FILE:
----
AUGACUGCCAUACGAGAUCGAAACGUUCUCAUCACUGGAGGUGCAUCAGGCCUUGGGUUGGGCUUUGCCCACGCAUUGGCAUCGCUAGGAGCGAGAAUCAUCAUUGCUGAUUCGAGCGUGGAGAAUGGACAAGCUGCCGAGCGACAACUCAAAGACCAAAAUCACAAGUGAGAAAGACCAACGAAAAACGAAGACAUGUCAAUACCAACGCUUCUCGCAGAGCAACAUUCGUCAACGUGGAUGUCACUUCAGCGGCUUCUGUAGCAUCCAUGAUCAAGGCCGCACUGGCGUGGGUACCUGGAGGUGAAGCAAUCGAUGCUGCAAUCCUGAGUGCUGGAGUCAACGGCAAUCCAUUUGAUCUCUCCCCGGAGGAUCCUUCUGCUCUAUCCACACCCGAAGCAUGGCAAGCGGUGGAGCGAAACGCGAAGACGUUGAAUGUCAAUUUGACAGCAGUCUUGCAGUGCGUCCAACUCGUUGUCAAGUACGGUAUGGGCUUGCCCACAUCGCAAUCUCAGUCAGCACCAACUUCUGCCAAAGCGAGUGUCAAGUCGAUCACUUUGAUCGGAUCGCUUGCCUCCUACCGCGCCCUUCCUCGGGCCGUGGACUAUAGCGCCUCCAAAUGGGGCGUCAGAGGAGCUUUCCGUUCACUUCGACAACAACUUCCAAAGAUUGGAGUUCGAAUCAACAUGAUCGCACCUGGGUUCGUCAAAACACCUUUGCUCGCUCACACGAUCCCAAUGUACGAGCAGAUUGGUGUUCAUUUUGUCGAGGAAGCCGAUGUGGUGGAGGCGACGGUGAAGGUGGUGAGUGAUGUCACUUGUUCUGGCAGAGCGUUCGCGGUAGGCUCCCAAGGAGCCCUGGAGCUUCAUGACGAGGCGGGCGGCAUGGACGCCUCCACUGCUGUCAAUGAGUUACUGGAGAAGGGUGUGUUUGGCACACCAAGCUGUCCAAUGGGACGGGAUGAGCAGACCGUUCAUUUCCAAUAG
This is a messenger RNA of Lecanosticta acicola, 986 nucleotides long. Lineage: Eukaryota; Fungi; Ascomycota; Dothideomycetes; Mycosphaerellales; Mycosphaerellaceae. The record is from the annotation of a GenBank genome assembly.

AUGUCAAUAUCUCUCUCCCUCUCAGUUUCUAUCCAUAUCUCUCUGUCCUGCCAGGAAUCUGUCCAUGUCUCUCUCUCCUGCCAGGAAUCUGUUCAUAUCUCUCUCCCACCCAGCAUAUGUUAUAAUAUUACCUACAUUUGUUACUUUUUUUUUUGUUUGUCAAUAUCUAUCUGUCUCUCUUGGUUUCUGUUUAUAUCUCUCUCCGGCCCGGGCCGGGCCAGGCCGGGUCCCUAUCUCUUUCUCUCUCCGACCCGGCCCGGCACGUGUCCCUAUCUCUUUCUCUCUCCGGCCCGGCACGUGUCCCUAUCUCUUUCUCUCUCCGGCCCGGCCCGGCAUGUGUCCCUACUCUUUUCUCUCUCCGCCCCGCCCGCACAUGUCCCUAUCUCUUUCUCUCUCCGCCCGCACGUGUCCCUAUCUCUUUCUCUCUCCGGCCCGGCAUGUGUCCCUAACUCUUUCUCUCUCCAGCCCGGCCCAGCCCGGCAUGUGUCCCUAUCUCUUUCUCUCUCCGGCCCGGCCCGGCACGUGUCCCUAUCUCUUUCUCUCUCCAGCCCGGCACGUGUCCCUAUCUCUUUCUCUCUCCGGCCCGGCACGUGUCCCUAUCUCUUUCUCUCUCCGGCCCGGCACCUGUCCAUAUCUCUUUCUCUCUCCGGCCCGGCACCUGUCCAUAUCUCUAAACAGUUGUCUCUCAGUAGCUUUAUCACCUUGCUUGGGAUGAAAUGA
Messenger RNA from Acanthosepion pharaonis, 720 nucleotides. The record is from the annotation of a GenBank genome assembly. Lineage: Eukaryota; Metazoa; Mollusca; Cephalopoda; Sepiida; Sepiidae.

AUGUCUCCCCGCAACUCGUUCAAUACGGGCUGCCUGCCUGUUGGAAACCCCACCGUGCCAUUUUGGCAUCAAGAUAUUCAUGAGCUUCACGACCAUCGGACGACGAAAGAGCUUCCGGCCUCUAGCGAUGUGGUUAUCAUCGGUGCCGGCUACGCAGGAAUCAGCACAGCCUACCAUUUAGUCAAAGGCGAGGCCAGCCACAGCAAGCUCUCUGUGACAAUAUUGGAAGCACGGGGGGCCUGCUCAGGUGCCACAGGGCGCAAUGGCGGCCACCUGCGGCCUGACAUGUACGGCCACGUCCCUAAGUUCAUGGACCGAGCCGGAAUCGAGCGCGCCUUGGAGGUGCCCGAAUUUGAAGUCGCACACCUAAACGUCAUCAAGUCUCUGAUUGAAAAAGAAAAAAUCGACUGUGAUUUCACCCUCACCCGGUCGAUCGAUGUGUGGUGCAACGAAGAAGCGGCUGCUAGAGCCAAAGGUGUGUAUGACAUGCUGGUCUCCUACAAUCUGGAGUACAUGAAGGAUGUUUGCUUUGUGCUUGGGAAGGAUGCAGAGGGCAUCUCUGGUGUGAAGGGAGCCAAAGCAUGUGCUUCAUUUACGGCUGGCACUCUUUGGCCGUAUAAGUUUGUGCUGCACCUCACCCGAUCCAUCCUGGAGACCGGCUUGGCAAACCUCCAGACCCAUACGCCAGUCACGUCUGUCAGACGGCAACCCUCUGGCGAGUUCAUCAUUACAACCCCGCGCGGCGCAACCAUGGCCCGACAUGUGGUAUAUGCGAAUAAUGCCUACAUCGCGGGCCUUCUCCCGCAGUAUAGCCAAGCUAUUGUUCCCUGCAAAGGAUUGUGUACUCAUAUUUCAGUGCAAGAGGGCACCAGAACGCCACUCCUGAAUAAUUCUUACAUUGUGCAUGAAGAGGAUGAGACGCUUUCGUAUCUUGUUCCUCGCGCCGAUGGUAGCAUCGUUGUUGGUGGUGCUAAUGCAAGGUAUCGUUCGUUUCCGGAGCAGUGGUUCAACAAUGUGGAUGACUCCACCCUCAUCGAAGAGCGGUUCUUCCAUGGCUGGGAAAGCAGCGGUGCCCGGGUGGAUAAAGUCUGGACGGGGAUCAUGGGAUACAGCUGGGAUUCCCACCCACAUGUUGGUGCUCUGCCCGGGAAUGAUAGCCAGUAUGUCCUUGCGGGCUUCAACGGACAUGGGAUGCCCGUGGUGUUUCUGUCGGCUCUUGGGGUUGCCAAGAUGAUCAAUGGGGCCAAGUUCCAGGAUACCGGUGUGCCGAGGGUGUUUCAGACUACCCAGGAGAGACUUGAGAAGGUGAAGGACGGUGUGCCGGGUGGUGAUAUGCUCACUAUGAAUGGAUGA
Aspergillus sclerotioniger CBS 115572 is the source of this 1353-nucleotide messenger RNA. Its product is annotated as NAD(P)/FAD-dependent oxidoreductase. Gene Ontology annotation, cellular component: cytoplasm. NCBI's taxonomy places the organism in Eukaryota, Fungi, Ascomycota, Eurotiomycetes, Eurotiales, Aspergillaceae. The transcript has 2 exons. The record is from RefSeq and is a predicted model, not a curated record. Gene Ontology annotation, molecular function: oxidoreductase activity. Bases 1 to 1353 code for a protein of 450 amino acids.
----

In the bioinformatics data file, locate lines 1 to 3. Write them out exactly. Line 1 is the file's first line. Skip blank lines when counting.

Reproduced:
AUGACUGCCAUACGAGAUCGAAACGUUCUCAUCACUGGAGGUGCAUCAGGCCUUGGGUUGGGCUUUGCCCACGCAUUGGCAUCGCUAGGAGCGAGAAUCAUCAUUGCUGAUUCGAGCGUGGAGAAUGGACAAGCUGCCGAGCGACAACUCAAAGACCAAAAUCACAAGUGAGAAAGACCAACGAAAAACGAAGACAUGUCAAUACCAACGCUUCUCGCAGAGCAACAUUCGUCAACGUGGAUGUCACUUCAGCGGCUUCUGUAGCAUCCAUGAUCAAGGCCGCACUGGCGUGGGUACCUGGAGGUGAAGCAAUCGAUGCUGCAAUCCUGAGUGCUGGAGUCAACGGCAAUCCAUUUGAUCUCUCCCCGGAGGAUCCUUCUGCUCUAUCCACACCCGAAGCAUGGCAAGCGGUGGAGCGAAACGCGAAGACGUUGAAUGUCAAUUUGACAGCAGUCUUGCAGUGCGUCCAACUCGUUGUCAAGUACGGUAUGGGCUUGCCCACAUCGCAAUCUCAGUCAGCACCAACUUCUGCCAAAGCGAGUGUCAAGUCGAUCACUUUGAUCGGAUCGCUUGCCUCCUACCGCGCCCUUCCUCGGGCCGUGGACUAUAGCGCCUCCAAAUGGGGCGUCAGAGGAGCUUUCCGUUCACUUCGACAACAACUUCCAAAGAUUGGAGUUCGAAUCAACAUGAUCGCACCUGGGUUCGUCAAAACACCUUUGCUCGCUCACACGAUCCCAAUGUACGAGCAGAUUGGUGUUCAUUUUGUCGAGGAAGCCGAUGUGGUGGAGGCGACGGUGAAGGUGGUGAGUGAUGUCACUUGUUCUGGCAGAGCGUUCGCGGUAGGCUCCCAAGGAGCCCUGGAGCUUCAUGACGAGGCGGGCGGCAUGGACGCCUCCACUGCUGUCAAUGAGUUACUGGAGAAGGGUGUGUUUGGCACACCAAGCUGUCCAAUGGGACGGGAUGAGCAGACCGUUCAUUUCCAAUAG
This is a messenger RNA of Lecanosticta acicola, 986 nucleotides long. Lineage: Eukaryota; Fungi; Ascomycota; Dothideomycetes; Mycosphaerellales; Mycosphaerellaceae. The record is from the annotation of a GenBank genome assembly.

AUGUCAAUAUCUCUCUCCCUCUCAGUUUCUAUCCAUAUCUCUCUGUCCUGCCAGGAAUCUGUCCAUGUCUCUCUCUCCUGCCAGGAAUCUGUUCAUAUCUCUCUCCCACCCAGCAUAUGUUAUAAUAUUACCUACAUUUGUUACUUUUUUUUUUGUUUGUCAAUAUCUAUCUGUCUCUCUUGGUUUCUGUUUAUAUCUCUCUCCGGCCCGGGCCGGGCCAGGCCGGGUCCCUAUCUCUUUCUCUCUCCGACCCGGCCCGGCACGUGUCCCUAUCUCUUUCUCUCUCCGGCCCGGCACGUGUCCCUAUCUCUUUCUCUCUCCGGCCCGGCCCGGCAUGUGUCCCUACUCUUUUCUCUCUCCGCCCCGCCCGCACAUGUCCCUAUCUCUUUCUCUCUCCGCCCGCACGUGUCCCUAUCUCUUUCUCUCUCCGGCCCGGCAUGUGUCCCUAACUCUUUCUCUCUCCAGCCCGGCCCAGCCCGGCAUGUGUCCCUAUCUCUUUCUCUCUCCGGCCCGGCCCGGCACGUGUCCCUAUCUCUUUCUCUCUCCAGCCCGGCACGUGUCCCUAUCUCUUUCUCUCUCCGGCCCGGCACGUGUCCCUAUCUCUUUCUCUCUCCGGCCCGGCACCUGUCCAUAUCUCUUUCUCUCUCCGGCCCGGCACCUGUCCAUAUCUCUAAACAGUUGUCUCUCAGUAGCUUUAUCACCUUGCUUGGGAUGAAAUGA